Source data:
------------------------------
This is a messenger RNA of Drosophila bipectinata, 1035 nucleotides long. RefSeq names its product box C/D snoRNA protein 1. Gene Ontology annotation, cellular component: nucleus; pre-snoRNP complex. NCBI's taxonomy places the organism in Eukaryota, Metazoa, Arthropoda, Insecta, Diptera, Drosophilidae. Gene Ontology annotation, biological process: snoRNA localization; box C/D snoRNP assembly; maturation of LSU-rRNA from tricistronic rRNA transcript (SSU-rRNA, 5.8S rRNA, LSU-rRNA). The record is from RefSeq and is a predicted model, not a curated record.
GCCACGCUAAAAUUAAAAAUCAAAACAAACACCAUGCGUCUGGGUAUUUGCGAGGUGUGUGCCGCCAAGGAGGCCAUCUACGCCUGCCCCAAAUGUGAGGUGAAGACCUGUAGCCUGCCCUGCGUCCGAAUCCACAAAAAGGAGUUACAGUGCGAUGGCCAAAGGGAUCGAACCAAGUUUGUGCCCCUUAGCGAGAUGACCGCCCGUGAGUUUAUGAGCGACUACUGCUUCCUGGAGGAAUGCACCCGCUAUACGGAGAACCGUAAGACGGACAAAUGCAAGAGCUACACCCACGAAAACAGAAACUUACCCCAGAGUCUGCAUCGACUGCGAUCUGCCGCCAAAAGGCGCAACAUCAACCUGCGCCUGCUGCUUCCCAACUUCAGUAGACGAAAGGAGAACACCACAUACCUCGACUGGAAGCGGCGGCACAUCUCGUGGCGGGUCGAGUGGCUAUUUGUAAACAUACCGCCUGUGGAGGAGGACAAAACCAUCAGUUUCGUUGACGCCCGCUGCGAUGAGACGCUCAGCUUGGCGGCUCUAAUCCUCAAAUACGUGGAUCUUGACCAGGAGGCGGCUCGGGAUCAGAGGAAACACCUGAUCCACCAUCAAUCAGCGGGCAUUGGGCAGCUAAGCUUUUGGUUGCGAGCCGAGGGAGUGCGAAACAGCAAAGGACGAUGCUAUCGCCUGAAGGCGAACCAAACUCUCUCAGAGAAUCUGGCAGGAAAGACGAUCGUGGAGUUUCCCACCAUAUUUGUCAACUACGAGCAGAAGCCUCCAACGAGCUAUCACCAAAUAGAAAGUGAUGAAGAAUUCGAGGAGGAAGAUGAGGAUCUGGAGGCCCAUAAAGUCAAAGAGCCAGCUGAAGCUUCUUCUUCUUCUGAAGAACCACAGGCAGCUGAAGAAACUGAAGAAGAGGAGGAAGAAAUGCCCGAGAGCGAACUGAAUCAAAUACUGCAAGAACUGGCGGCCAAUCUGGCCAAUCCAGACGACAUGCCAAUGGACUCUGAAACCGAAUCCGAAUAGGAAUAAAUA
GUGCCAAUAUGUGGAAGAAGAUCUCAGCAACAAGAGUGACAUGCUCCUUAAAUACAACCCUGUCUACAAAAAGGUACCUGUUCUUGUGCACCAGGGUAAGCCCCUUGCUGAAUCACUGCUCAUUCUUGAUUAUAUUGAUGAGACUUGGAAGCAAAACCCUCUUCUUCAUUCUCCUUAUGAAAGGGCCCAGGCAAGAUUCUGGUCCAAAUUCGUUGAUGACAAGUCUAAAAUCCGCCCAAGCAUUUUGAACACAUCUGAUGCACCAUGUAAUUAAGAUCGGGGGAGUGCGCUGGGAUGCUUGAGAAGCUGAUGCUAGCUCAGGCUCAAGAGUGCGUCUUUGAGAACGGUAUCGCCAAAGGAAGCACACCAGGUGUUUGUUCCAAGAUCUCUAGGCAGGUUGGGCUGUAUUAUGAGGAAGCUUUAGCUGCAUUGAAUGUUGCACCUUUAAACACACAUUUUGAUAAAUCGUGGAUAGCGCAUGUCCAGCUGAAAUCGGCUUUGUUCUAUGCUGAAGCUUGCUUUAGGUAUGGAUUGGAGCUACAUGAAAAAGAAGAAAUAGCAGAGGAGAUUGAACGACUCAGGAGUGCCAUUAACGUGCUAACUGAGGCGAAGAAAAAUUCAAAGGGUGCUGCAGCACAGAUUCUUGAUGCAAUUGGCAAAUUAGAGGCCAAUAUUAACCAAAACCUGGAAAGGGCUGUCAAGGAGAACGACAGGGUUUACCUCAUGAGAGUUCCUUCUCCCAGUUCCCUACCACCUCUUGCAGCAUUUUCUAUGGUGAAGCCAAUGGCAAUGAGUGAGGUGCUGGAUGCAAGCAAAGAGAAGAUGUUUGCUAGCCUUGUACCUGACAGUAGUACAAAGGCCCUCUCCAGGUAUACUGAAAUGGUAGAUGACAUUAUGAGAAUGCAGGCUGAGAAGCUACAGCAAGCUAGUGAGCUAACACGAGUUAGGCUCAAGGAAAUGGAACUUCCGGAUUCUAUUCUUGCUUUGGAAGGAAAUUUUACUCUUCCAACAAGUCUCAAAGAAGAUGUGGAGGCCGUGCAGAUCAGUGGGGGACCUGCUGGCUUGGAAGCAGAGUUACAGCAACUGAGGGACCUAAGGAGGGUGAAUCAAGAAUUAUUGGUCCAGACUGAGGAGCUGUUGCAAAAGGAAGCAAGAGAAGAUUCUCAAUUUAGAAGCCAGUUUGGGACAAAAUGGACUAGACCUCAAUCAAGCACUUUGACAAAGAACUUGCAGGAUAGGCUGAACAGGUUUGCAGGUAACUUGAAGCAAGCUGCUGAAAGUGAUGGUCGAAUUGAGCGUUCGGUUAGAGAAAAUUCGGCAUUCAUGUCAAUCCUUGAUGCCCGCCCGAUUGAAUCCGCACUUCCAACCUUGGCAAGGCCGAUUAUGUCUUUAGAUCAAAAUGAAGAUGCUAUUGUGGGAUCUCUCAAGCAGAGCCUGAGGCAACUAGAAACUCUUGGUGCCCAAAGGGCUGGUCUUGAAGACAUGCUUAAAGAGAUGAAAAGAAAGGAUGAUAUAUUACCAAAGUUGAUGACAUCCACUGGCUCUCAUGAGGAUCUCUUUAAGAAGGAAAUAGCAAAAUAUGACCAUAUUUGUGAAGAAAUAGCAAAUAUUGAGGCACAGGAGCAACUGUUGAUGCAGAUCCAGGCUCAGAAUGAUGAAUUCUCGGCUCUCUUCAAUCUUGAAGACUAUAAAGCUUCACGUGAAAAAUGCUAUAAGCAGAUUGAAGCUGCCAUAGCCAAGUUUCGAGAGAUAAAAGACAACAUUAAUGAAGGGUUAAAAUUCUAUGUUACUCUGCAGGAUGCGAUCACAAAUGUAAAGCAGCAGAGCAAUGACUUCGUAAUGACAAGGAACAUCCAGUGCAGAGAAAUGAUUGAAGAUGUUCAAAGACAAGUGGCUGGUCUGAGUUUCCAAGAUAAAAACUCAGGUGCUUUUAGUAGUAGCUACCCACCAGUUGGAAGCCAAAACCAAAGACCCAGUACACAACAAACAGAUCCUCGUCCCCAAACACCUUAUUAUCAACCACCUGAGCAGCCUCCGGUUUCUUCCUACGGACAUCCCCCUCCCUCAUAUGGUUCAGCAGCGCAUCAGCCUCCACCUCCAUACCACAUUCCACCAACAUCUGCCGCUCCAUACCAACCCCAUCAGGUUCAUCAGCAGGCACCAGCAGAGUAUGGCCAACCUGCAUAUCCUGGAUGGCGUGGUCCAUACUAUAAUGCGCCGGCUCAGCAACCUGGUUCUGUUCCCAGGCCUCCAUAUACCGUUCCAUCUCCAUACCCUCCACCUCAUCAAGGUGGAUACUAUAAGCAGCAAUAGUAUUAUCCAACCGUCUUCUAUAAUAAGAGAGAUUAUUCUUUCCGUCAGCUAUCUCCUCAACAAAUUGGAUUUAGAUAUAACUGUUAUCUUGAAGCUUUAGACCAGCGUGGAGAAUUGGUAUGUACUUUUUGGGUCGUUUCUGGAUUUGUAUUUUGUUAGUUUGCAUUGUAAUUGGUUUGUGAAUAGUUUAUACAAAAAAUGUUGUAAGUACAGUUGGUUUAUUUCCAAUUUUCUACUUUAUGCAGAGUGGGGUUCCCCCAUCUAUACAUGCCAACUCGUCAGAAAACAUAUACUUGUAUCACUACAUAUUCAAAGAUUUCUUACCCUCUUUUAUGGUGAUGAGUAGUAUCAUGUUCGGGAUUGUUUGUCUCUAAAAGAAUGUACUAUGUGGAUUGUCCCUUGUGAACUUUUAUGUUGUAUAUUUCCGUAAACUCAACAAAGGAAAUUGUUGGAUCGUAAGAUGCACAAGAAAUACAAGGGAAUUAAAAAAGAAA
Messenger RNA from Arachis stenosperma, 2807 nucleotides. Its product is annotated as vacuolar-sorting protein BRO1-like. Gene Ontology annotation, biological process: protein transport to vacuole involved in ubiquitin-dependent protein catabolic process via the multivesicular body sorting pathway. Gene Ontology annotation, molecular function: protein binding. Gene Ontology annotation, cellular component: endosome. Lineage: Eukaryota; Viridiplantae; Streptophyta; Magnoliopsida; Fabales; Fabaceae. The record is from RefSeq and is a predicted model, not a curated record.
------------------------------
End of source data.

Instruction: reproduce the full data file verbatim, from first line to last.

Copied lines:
This is a messenger RNA of Drosophila bipectinata, 1035 nucleotides long. RefSeq names its product box C/D snoRNA protein 1. Gene Ontology annotation, cellular component: nucleus; pre-snoRNP complex. NCBI's taxonomy places the organism in Eukaryota, Metazoa, Arthropoda, Insecta, Diptera, Drosophilidae. Gene Ontology annotation, biological process: snoRNA localization; box C/D snoRNP assembly; maturation of LSU-rRNA from tricistronic rRNA transcript (SSU-rRNA, 5.8S rRNA, LSU-rRNA). The record is from RefSeq and is a predicted model, not a curated record.
GCCACGCUAAAAUUAAAAAUCAAAACAAACACCAUGCGUCUGGGUAUUUGCGAGGUGUGUGCCGCCAAGGAGGCCAUCUACGCCUGCCCCAAAUGUGAGGUGAAGACCUGUAGCCUGCCCUGCGUCCGAAUCCACAAAAAGGAGUUACAGUGCGAUGGCCAAAGGGAUCGAACCAAGUUUGUGCCCCUUAGCGAGAUGACCGCCCGUGAGUUUAUGAGCGACUACUGCUUCCUGGAGGAAUGCACCCGCUAUACGGAGAACCGUAAGACGGACAAAUGCAAGAGCUACACCCACGAAAACAGAAACUUACCCCAGAGUCUGCAUCGACUGCGAUCUGCCGCCAAAAGGCGCAACAUCAACCUGCGCCUGCUGCUUCCCAACUUCAGUAGACGAAAGGAGAACACCACAUACCUCGACUGGAAGCGGCGGCACAUCUCGUGGCGGGUCGAGUGGCUAUUUGUAAACAUACCGCCUGUGGAGGAGGACAAAACCAUCAGUUUCGUUGACGCCCGCUGCGAUGAGACGCUCAGCUUGGCGGCUCUAAUCCUCAAAUACGUGGAUCUUGACCAGGAGGCGGCUCGGGAUCAGAGGAAACACCUGAUCCACCAUCAAUCAGCGGGCAUUGGGCAGCUAAGCUUUUGGUUGCGAGCCGAGGGAGUGCGAAACAGCAAAGGACGAUGCUAUCGCCUGAAGGCGAACCAAACUCUCUCAGAGAAUCUGGCAGGAAAGACGAUCGUGGAGUUUCCCACCAUAUUUGUCAACUACGAGCAGAAGCCUCCAACGAGCUAUCACCAAAUAGAAAGUGAUGAAGAAUUCGAGGAGGAAGAUGAGGAUCUGGAGGCCCAUAAAGUCAAAGAGCCAGCUGAAGCUUCUUCUUCUUCUGAAGAACCACAGGCAGCUGAAGAAACUGAAGAAGAGGAGGAAGAAAUGCCCGAGAGCGAACUGAAUCAAAUACUGCAAGAACUGGCGGCCAAUCUGGCCAAUCCAGACGACAUGCCAAUGGACUCUGAAACCGAAUCCGAAUAGGAAUAAAUA
GUGCCAAUAUGUGGAAGAAGAUCUCAGCAACAAGAGUGACAUGCUCCUUAAAUACAACCCUGUCUACAAAAAGGUACCUGUUCUUGUGCACCAGGGUAAGCCCCUUGCUGAAUCACUGCUCAUUCUUGAUUAUAUUGAUGAGACUUGGAAGCAAAACCCUCUUCUUCAUUCUCCUUAUGAAAGGGCCCAGGCAAGAUUCUGGUCCAAAUUCGUUGAUGACAAGUCUAAAAUCCGCCCAAGCAUUUUGAACACAUCUGAUGCACCAUGUAAUUAAGAUCGGGGGAGUGCGCUGGGAUGCUUGAGAAGCUGAUGCUAGCUCAGGCUCAAGAGUGCGUCUUUGAGAACGGUAUCGCCAAAGGAAGCACACCAGGUGUUUGUUCCAAGAUCUCUAGGCAGGUUGGGCUGUAUUAUGAGGAAGCUUUAGCUGCAUUGAAUGUUGCACCUUUAAACACACAUUUUGAUAAAUCGUGGAUAGCGCAUGUCCAGCUGAAAUCGGCUUUGUUCUAUGCUGAAGCUUGCUUUAGGUAUGGAUUGGAGCUACAUGAAAAAGAAGAAAUAGCAGAGGAGAUUGAACGACUCAGGAGUGCCAUUAACGUGCUAACUGAGGCGAAGAAAAAUUCAAAGGGUGCUGCAGCACAGAUUCUUGAUGCAAUUGGCAAAUUAGAGGCCAAUAUUAACCAAAACCUGGAAAGGGCUGUCAAGGAGAACGACAGGGUUUACCUCAUGAGAGUUCCUUCUCCCAGUUCCCUACCACCUCUUGCAGCAUUUUCUAUGGUGAAGCCAAUGGCAAUGAGUGAGGUGCUGGAUGCAAGCAAAGAGAAGAUGUUUGCUAGCCUUGUACCUGACAGUAGUACAAAGGCCCUCUCCAGGUAUACUGAAAUGGUAGAUGACAUUAUGAGAAUGCAGGCUGAGAAGCUACAGCAAGCUAGUGAGCUAACACGAGUUAGGCUCAAGGAAAUGGAACUUCCGGAUUCUAUUCUUGCUUUGGAAGGAAAUUUUACUCUUCCAACAAGUCUCAAAGAAGAUGUGGAGGCCGUGCAGAUCAGUGGGGGACCUGCUGGCUUGGAAGCAGAGUUACAGCAACUGAGGGACCUAAGGAGGGUGAAUCAAGAAUUAUUGGUCCAGACUGAGGAGCUGUUGCAAAAGGAAGCAAGAGAAGAUUCUCAAUUUAGAAGCCAGUUUGGGACAAAAUGGACUAGACCUCAAUCAAGCACUUUGACAAAGAACUUGCAGGAUAGGCUGAACAGGUUUGCAGGUAACUUGAAGCAAGCUGCUGAAAGUGAUGGUCGAAUUGAGCGUUCGGUUAGAGAAAAUUCGGCAUUCAUGUCAAUCCUUGAUGCCCGCCCGAUUGAAUCCGCACUUCCAACCUUGGCAAGGCCGAUUAUGUCUUUAGAUCAAAAUGAAGAUGCUAUUGUGGGAUCUCUCAAGCAGAGCCUGAGGCAACUAGAAACUCUUGGUGCCCAAAGGGCUGGUCUUGAAGACAUGCUUAAAGAGAUGAAAAGAAAGGAUGAUAUAUUACCAAAGUUGAUGACAUCCACUGGCUCUCAUGAGGAUCUCUUUAAGAAGGAAAUAGCAAAAUAUGACCAUAUUUGUGAAGAAAUAGCAAAUAUUGAGGCACAGGAGCAACUGUUGAUGCAGAUCCAGGCUCAGAAUGAUGAAUUCUCGGCUCUCUUCAAUCUUGAAGACUAUAAAGCUUCACGUGAAAAAUGCUAUAAGCAGAUUGAAGCUGCCAUAGCCAAGUUUCGAGAGAUAAAAGACAACAUUAAUGAAGGGUUAAAAUUCUAUGUUACUCUGCAGGAUGCGAUCACAAAUGUAAAGCAGCAGAGCAAUGACUUCGUAAUGACAAGGAACAUCCAGUGCAGAGAAAUGAUUGAAGAUGUUCAAAGACAAGUGGCUGGUCUGAGUUUCCAAGAUAAAAACUCAGGUGCUUUUAGUAGUAGCUACCCACCAGUUGGAAGCCAAAACCAAAGACCCAGUACACAACAAACAGAUCCUCGUCCCCAAACACCUUAUUAUCAACCACCUGAGCAGCCUCCGGUUUCUUCCUACGGACAUCCCCCUCCCUCAUAUGGUUCAGCAGCGCAUCAGCCUCCACCUCCAUACCACAUUCCACCAACAUCUGCCGCUCCAUACCAACCCCAUCAGGUUCAUCAGCAGGCACCAGCAGAGUAUGGCCAACCUGCAUAUCCUGGAUGGCGUGGUCCAUACUAUAAUGCGCCGGCUCAGCAACCUGGUUCUGUUCCCAGGCCUCCAUAUACCGUUCCAUCUCCAUACCCUCCACCUCAUCAAGGUGGAUACUAUAAGCAGCAAUAGUAUUAUCCAACCGUCUUCUAUAAUAAGAGAGAUUAUUCUUUCCGUCAGCUAUCUCCUCAACAAAUUGGAUUUAGAUAUAACUGUUAUCUUGAAGCUUUAGACCAGCGUGGAGAAUUGGUAUGUACUUUUUGGGUCGUUUCUGGAUUUGUAUUUUGUUAGUUUGCAUUGUAAUUGGUUUGUGAAUAGUUUAUACAAAAAAUGUUGUAAGUACAGUUGGUUUAUUUCCAAUUUUCUACUUUAUGCAGAGUGGGGUUCCCCCAUCUAUACAUGCCAACUCGUCAGAAAACAUAUACUUGUAUCACUACAUAUUCAAAGAUUUCUUACCCUCUUUUAUGGUGAUGAGUAGUAUCAUGUUCGGGAUUGUUUGUCUCUAAAAGAAUGUACUAUGUGGAUUGUCCCUUGUGAACUUUUAUGUUGUAUAUUUCCGUAAACUCAACAAAGGAAAUUGUUGGAUCGUAAGAUGCACAAGAAAUACAAGGGAAUUAAAAAAGAAA
Messenger RNA from Arachis stenosperma, 2807 nucleotides. Its product is annotated as vacuolar-sorting protein BRO1-like. Gene Ontology annotation, biological process: protein transport to vacuole involved in ubiquitin-dependent protein catabolic process via the multivesicular body sorting pathway. Gene Ontology annotation, molecular function: protein binding. Gene Ontology annotation, cellular component: endosome. Lineage: Eukaryota; Viridiplantae; Streptophyta; Magnoliopsida; Fabales; Fabaceae. The record is from RefSeq and is a predicted model, not a curated record.